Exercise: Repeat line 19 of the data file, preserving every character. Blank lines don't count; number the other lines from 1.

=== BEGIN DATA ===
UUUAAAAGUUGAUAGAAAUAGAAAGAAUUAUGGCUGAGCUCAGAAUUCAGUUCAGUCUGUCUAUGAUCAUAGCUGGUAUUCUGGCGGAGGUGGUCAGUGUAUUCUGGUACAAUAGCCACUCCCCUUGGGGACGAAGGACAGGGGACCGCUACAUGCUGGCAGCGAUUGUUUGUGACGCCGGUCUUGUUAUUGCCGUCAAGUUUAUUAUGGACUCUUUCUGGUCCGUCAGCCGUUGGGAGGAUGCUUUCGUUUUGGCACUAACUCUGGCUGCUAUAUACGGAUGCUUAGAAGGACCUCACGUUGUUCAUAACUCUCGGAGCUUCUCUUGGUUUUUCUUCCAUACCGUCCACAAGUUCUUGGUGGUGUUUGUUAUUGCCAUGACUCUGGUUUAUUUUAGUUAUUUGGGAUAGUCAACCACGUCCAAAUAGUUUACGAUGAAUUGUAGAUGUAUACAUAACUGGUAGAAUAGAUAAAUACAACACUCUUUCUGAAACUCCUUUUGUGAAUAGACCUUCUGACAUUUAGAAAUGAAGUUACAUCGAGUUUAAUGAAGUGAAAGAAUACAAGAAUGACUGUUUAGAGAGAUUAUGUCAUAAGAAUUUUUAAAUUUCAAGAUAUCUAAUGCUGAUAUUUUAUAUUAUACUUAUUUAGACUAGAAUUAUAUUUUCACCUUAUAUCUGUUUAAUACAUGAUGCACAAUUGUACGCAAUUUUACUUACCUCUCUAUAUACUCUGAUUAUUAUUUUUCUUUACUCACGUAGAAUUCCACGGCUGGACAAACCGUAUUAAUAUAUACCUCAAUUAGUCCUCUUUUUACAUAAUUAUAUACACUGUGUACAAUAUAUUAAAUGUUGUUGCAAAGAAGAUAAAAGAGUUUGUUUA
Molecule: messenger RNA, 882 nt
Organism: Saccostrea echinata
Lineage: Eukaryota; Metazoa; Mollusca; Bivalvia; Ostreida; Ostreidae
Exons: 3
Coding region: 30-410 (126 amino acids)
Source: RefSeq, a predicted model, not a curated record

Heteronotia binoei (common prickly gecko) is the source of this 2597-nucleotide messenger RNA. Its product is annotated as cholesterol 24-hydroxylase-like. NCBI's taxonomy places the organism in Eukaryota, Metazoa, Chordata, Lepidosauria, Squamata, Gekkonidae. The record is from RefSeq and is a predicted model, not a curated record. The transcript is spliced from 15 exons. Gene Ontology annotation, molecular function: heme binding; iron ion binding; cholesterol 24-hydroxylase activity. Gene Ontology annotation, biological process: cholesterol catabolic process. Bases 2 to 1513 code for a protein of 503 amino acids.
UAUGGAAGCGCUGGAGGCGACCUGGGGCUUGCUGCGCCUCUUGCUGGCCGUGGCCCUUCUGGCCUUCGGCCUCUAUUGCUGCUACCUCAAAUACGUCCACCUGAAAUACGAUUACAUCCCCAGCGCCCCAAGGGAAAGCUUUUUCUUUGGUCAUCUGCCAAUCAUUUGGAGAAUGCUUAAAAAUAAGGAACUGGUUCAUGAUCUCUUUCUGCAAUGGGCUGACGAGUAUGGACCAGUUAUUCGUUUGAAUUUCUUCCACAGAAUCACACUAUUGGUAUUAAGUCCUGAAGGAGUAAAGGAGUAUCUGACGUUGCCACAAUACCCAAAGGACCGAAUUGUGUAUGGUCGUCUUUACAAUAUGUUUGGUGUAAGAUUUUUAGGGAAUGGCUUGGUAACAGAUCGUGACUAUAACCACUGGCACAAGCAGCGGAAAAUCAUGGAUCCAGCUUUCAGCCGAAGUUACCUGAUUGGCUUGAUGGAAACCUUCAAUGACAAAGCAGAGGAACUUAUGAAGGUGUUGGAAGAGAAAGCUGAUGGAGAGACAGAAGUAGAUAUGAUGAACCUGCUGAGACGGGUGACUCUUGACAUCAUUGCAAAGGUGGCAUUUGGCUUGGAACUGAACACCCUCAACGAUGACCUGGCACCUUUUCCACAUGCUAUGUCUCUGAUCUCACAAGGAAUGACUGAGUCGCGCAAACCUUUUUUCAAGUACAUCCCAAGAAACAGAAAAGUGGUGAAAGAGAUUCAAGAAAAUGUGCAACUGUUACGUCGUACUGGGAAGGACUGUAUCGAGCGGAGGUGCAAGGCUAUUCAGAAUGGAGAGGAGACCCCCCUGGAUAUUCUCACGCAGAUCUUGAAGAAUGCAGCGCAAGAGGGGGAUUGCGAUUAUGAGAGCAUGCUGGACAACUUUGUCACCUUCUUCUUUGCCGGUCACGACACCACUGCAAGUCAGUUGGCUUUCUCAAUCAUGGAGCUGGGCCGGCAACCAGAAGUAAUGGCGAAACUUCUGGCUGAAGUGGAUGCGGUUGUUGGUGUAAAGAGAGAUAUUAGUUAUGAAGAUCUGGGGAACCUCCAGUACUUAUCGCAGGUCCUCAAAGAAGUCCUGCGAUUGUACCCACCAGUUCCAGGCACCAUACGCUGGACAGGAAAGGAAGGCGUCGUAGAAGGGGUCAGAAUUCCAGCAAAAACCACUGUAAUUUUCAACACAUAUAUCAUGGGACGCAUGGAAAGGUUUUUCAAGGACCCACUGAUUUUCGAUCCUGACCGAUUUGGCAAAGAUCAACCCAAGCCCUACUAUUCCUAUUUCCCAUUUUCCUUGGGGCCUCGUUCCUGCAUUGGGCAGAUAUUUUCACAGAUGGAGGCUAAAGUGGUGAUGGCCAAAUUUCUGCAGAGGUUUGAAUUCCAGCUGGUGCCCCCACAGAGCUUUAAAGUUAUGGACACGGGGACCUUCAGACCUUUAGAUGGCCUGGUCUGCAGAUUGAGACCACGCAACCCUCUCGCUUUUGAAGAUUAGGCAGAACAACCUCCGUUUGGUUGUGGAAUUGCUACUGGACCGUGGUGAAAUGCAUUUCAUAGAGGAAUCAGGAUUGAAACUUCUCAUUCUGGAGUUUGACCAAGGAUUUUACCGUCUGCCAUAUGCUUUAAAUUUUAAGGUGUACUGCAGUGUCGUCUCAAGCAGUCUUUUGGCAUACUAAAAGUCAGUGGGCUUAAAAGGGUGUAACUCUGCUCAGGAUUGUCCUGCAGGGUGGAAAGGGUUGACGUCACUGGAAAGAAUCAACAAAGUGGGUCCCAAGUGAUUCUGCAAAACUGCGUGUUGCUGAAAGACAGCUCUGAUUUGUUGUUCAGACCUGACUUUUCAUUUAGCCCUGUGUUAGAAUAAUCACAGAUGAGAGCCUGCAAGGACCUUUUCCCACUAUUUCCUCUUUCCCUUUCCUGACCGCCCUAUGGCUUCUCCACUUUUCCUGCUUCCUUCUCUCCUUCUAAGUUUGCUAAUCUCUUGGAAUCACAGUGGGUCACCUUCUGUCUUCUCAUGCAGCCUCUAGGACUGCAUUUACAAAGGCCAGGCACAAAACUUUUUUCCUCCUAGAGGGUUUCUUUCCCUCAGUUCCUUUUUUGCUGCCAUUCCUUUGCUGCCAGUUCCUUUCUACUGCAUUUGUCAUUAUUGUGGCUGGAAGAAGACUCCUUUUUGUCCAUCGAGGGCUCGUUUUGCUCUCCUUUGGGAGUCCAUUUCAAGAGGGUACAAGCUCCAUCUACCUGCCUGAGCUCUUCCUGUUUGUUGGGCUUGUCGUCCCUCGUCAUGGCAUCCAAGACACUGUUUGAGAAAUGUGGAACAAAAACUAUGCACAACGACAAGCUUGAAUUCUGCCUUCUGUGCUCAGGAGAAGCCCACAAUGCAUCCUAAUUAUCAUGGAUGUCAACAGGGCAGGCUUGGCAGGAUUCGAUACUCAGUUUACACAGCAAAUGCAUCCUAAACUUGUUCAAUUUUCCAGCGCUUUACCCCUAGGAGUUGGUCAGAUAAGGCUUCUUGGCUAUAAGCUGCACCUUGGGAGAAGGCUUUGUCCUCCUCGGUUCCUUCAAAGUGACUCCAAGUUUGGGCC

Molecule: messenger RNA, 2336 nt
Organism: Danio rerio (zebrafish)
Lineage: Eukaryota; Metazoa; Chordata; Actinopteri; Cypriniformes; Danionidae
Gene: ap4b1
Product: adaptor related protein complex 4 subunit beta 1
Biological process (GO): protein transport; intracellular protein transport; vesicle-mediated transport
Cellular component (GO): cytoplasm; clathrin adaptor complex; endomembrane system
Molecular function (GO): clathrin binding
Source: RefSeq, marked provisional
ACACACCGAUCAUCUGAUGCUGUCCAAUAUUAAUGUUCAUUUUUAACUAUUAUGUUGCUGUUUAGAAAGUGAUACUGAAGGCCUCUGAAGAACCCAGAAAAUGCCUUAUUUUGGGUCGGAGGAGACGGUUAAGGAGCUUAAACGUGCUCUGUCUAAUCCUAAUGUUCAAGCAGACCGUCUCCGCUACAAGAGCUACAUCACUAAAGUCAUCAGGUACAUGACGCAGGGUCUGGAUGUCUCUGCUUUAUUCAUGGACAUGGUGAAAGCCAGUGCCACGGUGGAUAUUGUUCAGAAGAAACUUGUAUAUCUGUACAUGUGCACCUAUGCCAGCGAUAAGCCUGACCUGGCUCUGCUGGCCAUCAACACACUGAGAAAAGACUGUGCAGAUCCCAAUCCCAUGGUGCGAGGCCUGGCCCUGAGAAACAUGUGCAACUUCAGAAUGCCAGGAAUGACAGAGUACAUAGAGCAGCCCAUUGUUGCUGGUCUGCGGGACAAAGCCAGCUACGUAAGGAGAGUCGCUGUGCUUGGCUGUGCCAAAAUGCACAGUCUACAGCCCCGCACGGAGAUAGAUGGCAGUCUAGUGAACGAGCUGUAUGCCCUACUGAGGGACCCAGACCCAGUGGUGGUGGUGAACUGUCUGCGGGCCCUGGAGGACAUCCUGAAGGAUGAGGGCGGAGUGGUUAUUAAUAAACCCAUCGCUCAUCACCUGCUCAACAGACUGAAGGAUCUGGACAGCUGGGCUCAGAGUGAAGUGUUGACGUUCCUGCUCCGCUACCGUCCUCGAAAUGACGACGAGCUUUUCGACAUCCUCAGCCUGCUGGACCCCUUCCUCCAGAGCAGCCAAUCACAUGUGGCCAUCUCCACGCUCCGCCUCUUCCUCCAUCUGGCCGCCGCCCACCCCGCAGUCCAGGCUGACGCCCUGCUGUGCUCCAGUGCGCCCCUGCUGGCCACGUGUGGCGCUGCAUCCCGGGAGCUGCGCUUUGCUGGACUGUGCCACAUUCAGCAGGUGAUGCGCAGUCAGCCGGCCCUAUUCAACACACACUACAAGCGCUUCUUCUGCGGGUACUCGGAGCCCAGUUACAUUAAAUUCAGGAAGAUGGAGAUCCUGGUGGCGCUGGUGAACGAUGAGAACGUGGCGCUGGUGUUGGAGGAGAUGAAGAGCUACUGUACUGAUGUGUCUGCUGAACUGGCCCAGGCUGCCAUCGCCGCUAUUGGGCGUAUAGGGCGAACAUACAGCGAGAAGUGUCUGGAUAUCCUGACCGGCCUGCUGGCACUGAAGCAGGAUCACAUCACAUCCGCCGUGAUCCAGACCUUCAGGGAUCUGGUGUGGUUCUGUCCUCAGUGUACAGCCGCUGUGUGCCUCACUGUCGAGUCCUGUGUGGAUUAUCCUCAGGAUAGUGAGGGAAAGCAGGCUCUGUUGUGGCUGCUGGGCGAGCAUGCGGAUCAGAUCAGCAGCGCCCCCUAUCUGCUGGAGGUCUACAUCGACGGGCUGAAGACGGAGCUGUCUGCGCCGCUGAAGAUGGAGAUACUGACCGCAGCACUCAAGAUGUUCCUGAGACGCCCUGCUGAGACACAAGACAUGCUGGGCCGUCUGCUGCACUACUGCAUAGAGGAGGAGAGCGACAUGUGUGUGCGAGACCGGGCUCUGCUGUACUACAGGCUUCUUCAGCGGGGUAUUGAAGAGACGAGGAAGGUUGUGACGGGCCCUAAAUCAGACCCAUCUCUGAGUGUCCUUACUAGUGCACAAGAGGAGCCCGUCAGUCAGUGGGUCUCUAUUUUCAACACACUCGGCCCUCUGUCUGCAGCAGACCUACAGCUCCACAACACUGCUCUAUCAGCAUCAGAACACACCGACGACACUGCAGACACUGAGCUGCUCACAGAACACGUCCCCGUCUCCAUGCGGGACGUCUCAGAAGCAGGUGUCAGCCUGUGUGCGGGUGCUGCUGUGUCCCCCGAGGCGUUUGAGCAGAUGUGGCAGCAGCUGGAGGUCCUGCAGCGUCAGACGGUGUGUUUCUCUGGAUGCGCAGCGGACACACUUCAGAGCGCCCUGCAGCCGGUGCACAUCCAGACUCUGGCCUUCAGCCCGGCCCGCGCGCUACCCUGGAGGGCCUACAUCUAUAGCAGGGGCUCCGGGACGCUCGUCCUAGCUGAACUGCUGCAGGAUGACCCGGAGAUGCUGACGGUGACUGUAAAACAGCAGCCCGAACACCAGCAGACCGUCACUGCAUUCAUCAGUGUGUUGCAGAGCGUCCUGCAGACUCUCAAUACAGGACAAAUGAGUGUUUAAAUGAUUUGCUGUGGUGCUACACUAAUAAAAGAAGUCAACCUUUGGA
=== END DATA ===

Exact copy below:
ACACACCGAUCAUCUGAUGCUGUCCAAUAUUAAUGUUCAUUUUUAACUAUUAUGUUGCUGUUUAGAAAGUGAUACUGAAGGCCUCUGAAGAACCCAGAAAAUGCCUUAUUUUGGGUCGGAGGAGACGGUUAAGGAGCUUAAACGUGCUCUGUCUAAUCCUAAUGUUCAAGCAGACCGUCUCCGCUACAAGAGCUACAUCACUAAAGUCAUCAGGUACAUGACGCAGGGUCUGGAUGUCUCUGCUUUAUUCAUGGACAUGGUGAAAGCCAGUGCCACGGUGGAUAUUGUUCAGAAGAAACUUGUAUAUCUGUACAUGUGCACCUAUGCCAGCGAUAAGCCUGACCUGGCUCUGCUGGCCAUCAACACACUGAGAAAAGACUGUGCAGAUCCCAAUCCCAUGGUGCGAGGCCUGGCCCUGAGAAACAUGUGCAACUUCAGAAUGCCAGGAAUGACAGAGUACAUAGAGCAGCCCAUUGUUGCUGGUCUGCGGGACAAAGCCAGCUACGUAAGGAGAGUCGCUGUGCUUGGCUGUGCCAAAAUGCACAGUCUACAGCCCCGCACGGAGAUAGAUGGCAGUCUAGUGAACGAGCUGUAUGCCCUACUGAGGGACCCAGACCCAGUGGUGGUGGUGAACUGUCUGCGGGCCCUGGAGGACAUCCUGAAGGAUGAGGGCGGAGUGGUUAUUAAUAAACCCAUCGCUCAUCACCUGCUCAACAGACUGAAGGAUCUGGACAGCUGGGCUCAGAGUGAAGUGUUGACGUUCCUGCUCCGCUACCGUCCUCGAAAUGACGACGAGCUUUUCGACAUCCUCAGCCUGCUGGACCCCUUCCUCCAGAGCAGCCAAUCACAUGUGGCCAUCUCCACGCUCCGCCUCUUCCUCCAUCUGGCCGCCGCCCACCCCGCAGUCCAGGCUGACGCCCUGCUGUGCUCCAGUGCGCCCCUGCUGGCCACGUGUGGCGCUGCAUCCCGGGAGCUGCGCUUUGCUGGACUGUGCCACAUUCAGCAGGUGAUGCGCAGUCAGCCGGCCCUAUUCAACACACACUACAAGCGCUUCUUCUGCGGGUACUCGGAGCCCAGUUACAUUAAAUUCAGGAAGAUGGAGAUCCUGGUGGCGCUGGUGAACGAUGAGAACGUGGCGCUGGUGUUGGAGGAGAUGAAGAGCUACUGUACUGAUGUGUCUGCUGAACUGGCCCAGGCUGCCAUCGCCGCUAUUGGGCGUAUAGGGCGAACAUACAGCGAGAAGUGUCUGGAUAUCCUGACCGGCCUGCUGGCACUGAAGCAGGAUCACAUCACAUCCGCCGUGAUCCAGACCUUCAGGGAUCUGGUGUGGUUCUGUCCUCAGUGUACAGCCGCUGUGUGCCUCACUGUCGAGUCCUGUGUGGAUUAUCCUCAGGAUAGUGAGGGAAAGCAGGCUCUGUUGUGGCUGCUGGGCGAGCAUGCGGAUCAGAUCAGCAGCGCCCCCUAUCUGCUGGAGGUCUACAUCGACGGGCUGAAGACGGAGCUGUCUGCGCCGCUGAAGAUGGAGAUACUGACCGCAGCACUCAAGAUGUUCCUGAGACGCCCUGCUGAGACACAAGACAUGCUGGGCCGUCUGCUGCACUACUGCAUAGAGGAGGAGAGCGACAUGUGUGUGCGAGACCGGGCUCUGCUGUACUACAGGCUUCUUCAGCGGGGUAUUGAAGAGACGAGGAAGGUUGUGACGGGCCCUAAAUCAGACCCAUCUCUGAGUGUCCUUACUAGUGCACAAGAGGAGCCCGUCAGUCAGUGGGUCUCUAUUUUCAACACACUCGGCCCUCUGUCUGCAGCAGACCUACAGCUCCACAACACUGCUCUAUCAGCAUCAGAACACACCGACGACACUGCAGACACUGAGCUGCUCACAGAACACGUCCCCGUCUCCAUGCGGGACGUCUCAGAAGCAGGUGUCAGCCUGUGUGCGGGUGCUGCUGUGUCCCCCGAGGCGUUUGAGCAGAUGUGGCAGCAGCUGGAGGUCCUGCAGCGUCAGACGGUGUGUUUCUCUGGAUGCGCAGCGGACACACUUCAGAGCGCCCUGCAGCCGGUGCACAUCCAGACUCUGGCCUUCAGCCCGGCCCGCGCGCUACCCUGGAGGGCCUACAUCUAUAGCAGGGGCUCCGGGACGCUCGUCCUAGCUGAACUGCUGCAGGAUGACCCGGAGAUGCUGACGGUGACUGUAAAACAGCAGCCCGAACACCAGCAGACCGUCACUGCAUUCAUCAGUGUGUUGCAGAGCGUCCUGCAGACUCUCAAUACAGGACAAAUGAGUGUUUAAAUGAUUUGCUGUGGUGCUACACUAAUAAAAGAAGUCAACCUUUGGA